Who is Cheddar Man? 10,000-year-old remains reveal first modern Britons had dark skin, blue eyes

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Researchers say the lighter complexion associated with northern European population was more of a recent genetic change.

A detailed genetic study of the 10,000-year-old remains of a man has revealed that first modern Britons had dark to black skin and blue eyes unlike modern-day Brits who mostly have pale skin tones.

Britain’s oldest complete skull aka the Cheddar Man was excavated more than a century ago in Gough’s Cave in Somerset. An initial study of the fossil suggested the man had a lighter skin and brown eyes, but now a group of researchers have painted a totally different picture, thanks to DNA analysis and high-tech 3D reconstruction.

After drilling out and analysing bone powder from Cheddar Man’s skull, the joint group of Britain’s Natural History Museum and University College London researchers managed to recreate his face with lifelike details.

To everyone’s surprise, the facial reconstruction revealed that the man had dark to black skin, blue eyes, and curly hair, resembling the modern-day sub-Saharan African population.

“It is very surprising that a Brit 10,000 years ago could have that combination of very blue eyes but really dark skin,” said the museum’s Chris Stringer, according to Phys.org.

Dr Tom Booth, a postdoctoral researcher who worked closely with the Museum’s human remains collection to study human adaptation to changing environments, pointed out that lighter complexion associated with northern European population was more of a recent genetic change, and skin colour had no connection to the geographical location at that time.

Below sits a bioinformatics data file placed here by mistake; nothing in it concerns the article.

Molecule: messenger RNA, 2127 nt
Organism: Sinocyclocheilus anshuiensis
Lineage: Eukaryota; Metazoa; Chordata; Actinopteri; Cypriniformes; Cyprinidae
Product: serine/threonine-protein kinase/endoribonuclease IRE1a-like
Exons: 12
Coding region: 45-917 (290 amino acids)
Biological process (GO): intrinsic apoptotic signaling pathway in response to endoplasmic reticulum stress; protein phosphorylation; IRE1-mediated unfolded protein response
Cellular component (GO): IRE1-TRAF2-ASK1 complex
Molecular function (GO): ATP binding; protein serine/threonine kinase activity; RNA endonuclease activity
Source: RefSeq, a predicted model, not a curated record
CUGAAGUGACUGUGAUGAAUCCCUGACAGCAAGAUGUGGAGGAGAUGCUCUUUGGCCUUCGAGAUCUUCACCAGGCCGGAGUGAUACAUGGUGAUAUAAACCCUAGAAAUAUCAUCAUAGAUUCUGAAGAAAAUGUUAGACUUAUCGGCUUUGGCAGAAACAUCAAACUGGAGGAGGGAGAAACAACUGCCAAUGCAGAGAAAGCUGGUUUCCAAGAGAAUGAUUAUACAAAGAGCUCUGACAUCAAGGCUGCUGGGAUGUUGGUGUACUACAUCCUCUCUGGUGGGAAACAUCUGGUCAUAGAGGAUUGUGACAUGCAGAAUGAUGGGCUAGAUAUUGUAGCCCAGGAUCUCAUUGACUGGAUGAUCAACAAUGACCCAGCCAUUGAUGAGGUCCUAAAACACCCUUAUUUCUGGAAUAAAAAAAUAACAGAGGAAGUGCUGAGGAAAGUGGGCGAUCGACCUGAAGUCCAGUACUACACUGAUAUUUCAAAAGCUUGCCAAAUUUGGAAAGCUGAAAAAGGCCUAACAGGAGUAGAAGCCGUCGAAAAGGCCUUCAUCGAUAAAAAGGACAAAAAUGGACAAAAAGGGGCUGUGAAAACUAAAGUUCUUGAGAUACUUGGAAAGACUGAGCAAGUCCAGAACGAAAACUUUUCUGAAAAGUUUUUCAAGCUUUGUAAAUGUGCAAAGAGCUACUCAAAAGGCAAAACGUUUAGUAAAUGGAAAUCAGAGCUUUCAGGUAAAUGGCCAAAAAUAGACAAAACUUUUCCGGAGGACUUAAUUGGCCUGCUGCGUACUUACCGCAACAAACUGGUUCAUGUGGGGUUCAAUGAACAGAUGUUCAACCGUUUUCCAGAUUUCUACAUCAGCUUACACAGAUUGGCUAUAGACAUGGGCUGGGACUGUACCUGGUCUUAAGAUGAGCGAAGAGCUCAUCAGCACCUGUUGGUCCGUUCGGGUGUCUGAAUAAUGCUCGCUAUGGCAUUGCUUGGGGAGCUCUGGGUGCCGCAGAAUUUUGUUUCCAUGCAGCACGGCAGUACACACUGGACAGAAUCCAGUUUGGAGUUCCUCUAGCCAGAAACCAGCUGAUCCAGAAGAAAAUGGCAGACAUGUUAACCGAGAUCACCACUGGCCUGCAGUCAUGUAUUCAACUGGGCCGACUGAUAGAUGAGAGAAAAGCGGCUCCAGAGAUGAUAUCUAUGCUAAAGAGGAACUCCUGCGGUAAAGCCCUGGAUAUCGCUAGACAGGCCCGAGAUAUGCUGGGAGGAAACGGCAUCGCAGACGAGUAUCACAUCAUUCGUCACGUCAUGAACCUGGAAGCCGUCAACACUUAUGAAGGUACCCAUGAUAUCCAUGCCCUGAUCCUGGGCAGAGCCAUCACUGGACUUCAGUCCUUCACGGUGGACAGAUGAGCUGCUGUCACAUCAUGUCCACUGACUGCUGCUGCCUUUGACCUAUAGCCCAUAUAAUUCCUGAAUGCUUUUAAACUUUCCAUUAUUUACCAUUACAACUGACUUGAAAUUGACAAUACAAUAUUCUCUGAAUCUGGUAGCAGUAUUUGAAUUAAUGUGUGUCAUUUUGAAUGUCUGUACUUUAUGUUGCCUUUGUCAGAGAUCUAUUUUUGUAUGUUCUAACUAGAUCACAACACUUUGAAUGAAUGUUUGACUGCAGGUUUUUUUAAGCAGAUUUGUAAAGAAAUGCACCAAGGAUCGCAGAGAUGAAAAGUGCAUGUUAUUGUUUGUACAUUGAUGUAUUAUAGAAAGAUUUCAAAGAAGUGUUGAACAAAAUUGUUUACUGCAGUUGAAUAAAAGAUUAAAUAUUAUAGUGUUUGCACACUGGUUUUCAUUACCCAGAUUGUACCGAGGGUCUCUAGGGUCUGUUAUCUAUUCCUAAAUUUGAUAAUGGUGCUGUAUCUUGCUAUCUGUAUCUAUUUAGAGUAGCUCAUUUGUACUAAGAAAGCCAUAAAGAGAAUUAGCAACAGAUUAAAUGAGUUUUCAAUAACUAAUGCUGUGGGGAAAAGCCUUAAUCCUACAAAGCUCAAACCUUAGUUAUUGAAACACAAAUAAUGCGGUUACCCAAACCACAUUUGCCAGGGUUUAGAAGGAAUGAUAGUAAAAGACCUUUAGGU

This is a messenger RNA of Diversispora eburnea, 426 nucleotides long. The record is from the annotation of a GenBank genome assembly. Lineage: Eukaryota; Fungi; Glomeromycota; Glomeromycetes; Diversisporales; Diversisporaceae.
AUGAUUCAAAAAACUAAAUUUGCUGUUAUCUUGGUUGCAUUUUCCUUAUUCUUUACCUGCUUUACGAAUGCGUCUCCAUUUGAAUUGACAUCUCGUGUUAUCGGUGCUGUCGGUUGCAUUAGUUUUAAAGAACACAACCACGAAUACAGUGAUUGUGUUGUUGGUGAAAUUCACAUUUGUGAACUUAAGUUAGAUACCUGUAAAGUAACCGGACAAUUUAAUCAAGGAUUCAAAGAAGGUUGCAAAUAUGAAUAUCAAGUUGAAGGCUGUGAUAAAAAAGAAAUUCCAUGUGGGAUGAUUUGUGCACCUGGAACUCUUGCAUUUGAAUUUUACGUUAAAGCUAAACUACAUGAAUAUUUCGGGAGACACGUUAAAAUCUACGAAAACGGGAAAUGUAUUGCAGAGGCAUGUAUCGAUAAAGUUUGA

“Until recently it was always assumed that humans quickly adapted to have paler skin after entering Europe about 45,000 years ago,” Tom was quoted as saying in a report by the Britain’s Natural History Museum. He added that the Cheddar Man has the genetic markers of skin pigmentation that is usually associated with sub-Saharan Africa.

“It seems that pale eyes entered Europe long before pale skin or blond hair, which didn’t come along until after the arrival of farming.

“He reminds us that you can’t make assumptions about what people looked like in the past based on what people look like in the present, and that the pairings of features we are used to seeing today aren’t something that’s fixed,” he added.

Meanwhile, the reconstruction also gives new insights into the ancestral history of the Cheddar Man who likely died during his twenties and had close-links to Mesolithic-era individuals from Spain, Hungary and Luxembourg whose DNA has already been analysed.

“These ‘Western Hunter-Gatherer’s’ migrated into Europe at the end of the last ice age and the group included Cheddar Man’s ancestors,” said Professor Mark Thomas, who analysed Cheddar Man’s DNA to recreate his case.

As the Guardian reports, settlers used to clear out periodically during ice ages and when the last cold period ended, Cheddar Man’s ancestors might have reached Europe, starting continuous inhabitation of the region. The subject had middle-Eastern origins which further led the researchers to posit that the people may have moved in from the middle-east.

The process of analysis and 3D remodelling was undertaken for Channel 4 documentary “First Brit: Secrets of the 10,000 Year Old Man” set to be aired on 18 February.

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